The new channel would create exclusive content for the online world, as opposed to running repeat clips from their television programming. There’s been no word yet on whether their current established personalities would essentially begin hosting shows for the YouTube crowd or if the network would create new personalities to interact with the unique voice of the “online demographic.” Earlier this year, Food Network utilized YouTube to find new recruits for their reality series “The Next Food Network Star,” so they already have a toe in that water at least.
There are two schools of thought on this interesting development: The first is my normal “The End of the Internet is Nigh” doom and gloom mad prophet approach. The Food Network is an example of a company that can come in with a lot of money behind it and just bully the little guys into irrelevancy. Shows like “My Drunk Kitchen” can’t possibly compete with the hooligan antics of Guy Fieri in this bleak worldview. But then, once cooler heads prevail, I think about the long-term potential that is having an elephant like Food Network in the YouTube circus. The beauty of the Internet is that it is sort of an established counterculture mentality. By nature, the vox populi thrives independent and free online (albeit in established corporate-controlled media forums) and if nothing else, the Food Network and powerhouses like it can essentially function as water on the Internet’s vegetable garden. New content will grow and thrive off of what Food Network provides.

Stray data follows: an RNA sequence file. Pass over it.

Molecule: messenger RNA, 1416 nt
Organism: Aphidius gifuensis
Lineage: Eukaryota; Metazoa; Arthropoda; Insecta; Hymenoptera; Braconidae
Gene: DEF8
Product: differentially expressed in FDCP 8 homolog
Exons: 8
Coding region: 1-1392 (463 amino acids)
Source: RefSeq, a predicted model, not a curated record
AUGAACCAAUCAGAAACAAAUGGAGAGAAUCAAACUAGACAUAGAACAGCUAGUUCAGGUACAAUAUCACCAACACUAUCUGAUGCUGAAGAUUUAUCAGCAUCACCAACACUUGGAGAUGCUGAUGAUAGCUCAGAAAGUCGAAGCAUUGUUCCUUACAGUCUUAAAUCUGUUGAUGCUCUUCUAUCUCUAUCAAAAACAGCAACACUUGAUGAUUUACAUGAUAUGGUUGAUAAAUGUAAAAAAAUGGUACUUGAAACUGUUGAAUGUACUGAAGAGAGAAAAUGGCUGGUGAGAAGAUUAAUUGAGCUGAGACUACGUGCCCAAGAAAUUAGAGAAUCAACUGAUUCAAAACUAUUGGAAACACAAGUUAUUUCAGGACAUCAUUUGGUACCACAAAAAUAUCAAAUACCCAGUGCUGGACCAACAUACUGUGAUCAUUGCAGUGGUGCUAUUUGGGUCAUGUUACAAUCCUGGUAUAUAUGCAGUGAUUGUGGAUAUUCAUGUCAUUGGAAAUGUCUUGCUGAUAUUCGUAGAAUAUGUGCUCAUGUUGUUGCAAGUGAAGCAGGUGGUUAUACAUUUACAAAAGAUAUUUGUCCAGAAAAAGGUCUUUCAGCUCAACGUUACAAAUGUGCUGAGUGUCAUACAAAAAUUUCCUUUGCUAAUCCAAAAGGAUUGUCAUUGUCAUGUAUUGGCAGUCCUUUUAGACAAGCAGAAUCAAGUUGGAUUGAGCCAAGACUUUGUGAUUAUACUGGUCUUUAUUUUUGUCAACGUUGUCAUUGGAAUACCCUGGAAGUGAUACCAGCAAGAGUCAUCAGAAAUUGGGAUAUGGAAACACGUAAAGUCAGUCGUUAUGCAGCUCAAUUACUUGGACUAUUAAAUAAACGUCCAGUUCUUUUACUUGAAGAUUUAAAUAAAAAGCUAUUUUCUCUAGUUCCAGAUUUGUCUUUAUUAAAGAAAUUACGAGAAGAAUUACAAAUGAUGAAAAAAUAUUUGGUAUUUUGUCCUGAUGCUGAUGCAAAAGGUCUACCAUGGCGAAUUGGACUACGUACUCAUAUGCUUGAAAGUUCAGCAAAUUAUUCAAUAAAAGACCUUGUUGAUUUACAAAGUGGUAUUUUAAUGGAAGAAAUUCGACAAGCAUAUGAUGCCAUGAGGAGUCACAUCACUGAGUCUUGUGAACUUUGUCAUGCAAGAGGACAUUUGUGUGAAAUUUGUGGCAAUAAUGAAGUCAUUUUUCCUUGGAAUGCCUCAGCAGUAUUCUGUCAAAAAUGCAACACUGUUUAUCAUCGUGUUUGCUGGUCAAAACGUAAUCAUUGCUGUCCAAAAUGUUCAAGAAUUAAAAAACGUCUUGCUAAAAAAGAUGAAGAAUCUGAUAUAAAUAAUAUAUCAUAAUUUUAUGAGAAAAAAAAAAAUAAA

Neither scenario is as black and white as what I’ve detailed above, and with several food-centric websites and shows (including one from a former Food Network executive) already established online, it will be difficult for the Food Network to bring something fresh to the table. If going viral was easy, I wouldn’t be sitting here reporting on every damn thing the Food Network does.